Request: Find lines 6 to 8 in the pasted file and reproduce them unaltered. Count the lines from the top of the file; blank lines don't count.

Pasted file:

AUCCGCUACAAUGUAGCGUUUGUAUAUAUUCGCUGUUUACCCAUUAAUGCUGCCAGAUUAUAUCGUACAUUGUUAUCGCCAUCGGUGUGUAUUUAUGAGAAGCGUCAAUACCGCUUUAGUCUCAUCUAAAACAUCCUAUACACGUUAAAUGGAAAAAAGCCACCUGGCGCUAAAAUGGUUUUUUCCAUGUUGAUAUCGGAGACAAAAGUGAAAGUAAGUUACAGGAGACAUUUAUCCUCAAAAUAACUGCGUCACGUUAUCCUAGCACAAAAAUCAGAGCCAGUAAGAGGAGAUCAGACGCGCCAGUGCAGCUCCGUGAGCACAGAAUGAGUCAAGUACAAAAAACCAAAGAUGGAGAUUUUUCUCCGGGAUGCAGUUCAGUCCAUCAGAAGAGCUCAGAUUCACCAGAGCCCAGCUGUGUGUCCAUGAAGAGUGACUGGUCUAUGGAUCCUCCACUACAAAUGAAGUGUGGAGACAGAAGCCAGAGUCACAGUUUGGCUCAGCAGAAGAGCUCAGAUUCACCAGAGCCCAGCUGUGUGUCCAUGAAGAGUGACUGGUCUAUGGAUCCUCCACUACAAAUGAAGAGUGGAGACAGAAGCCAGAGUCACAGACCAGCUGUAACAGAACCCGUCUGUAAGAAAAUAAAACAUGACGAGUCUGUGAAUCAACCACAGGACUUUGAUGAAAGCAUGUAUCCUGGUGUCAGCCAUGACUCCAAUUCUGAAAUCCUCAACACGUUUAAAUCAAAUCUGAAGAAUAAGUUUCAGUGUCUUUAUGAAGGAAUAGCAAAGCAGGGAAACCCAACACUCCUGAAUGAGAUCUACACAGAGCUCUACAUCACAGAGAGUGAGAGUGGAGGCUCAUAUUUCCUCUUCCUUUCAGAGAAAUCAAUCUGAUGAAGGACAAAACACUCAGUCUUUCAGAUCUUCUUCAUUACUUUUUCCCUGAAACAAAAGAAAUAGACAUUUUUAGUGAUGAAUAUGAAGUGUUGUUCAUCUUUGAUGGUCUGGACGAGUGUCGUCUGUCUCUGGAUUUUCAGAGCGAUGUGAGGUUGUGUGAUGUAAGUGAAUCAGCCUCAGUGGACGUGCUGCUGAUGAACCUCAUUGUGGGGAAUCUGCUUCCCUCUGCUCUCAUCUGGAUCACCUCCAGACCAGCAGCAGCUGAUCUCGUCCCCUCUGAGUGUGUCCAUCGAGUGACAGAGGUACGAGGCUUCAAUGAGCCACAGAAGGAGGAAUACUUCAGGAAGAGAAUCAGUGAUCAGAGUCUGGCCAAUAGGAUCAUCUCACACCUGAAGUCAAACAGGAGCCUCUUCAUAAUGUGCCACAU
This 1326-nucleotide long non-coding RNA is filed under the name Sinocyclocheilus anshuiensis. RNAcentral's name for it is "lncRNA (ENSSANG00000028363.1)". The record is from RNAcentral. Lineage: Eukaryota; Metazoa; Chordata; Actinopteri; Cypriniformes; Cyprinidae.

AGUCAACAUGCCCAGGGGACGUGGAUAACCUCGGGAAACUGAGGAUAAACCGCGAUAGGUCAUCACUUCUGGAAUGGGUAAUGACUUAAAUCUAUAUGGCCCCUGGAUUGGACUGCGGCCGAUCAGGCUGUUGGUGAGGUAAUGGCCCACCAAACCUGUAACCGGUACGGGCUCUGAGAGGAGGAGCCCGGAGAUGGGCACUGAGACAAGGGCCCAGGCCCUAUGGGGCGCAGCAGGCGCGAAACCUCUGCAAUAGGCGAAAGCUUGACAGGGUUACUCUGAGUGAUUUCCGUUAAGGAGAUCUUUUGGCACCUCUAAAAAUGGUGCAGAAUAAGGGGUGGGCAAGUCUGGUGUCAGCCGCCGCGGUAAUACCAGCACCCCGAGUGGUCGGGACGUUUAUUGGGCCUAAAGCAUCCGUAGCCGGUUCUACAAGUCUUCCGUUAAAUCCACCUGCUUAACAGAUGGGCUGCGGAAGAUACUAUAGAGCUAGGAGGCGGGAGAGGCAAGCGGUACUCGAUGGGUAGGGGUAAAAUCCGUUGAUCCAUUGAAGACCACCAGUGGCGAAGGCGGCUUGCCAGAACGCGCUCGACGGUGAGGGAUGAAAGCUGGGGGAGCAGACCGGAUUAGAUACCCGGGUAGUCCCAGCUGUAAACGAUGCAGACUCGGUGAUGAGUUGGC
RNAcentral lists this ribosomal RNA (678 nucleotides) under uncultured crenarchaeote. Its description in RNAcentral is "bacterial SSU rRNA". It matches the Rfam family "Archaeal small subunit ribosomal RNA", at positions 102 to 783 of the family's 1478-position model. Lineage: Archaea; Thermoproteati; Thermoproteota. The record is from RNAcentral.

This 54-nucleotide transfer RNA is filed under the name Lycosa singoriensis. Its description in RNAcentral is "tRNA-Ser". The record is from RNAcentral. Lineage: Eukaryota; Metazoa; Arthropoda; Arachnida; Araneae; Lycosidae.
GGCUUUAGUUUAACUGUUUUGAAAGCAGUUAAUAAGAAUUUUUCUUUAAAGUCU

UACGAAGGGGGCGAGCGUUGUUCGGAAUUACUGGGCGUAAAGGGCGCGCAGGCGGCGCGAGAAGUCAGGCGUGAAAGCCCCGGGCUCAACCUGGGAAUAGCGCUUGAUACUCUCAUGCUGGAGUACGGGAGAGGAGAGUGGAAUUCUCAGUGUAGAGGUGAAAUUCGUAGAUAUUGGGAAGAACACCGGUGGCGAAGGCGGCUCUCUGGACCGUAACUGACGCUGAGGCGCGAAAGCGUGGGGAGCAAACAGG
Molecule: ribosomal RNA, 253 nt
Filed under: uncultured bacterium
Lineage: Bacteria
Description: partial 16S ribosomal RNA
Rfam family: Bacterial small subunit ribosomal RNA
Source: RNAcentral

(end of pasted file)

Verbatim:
GGCUUUAGUUUAACUGUUUUGAAAGCAGUUAAUAAGAAUUUUUCUUUAAAGUCU

UACGAAGGGGGCGAGCGUUGUUCGGAAUUACUGGGCGUAAAGGGCGCGCAGGCGGCGCGAGAAGUCAGGCGUGAAAGCCCCGGGCUCAACCUGGGAAUAGCGCUUGAUACUCUCAUGCUGGAGUACGGGAGAGGAGAGUGGAAUUCUCAGUGUAGAGGUGAAAUUCGUAGAUAUUGGGAAGAACACCGGUGGCGAAGGCGGCUCUCUGGACCGUAACUGACGCUGAGGCGCGAAAGCGUGGGGAGCAAACAGG
Molecule: ribosomal RNA, 253 nt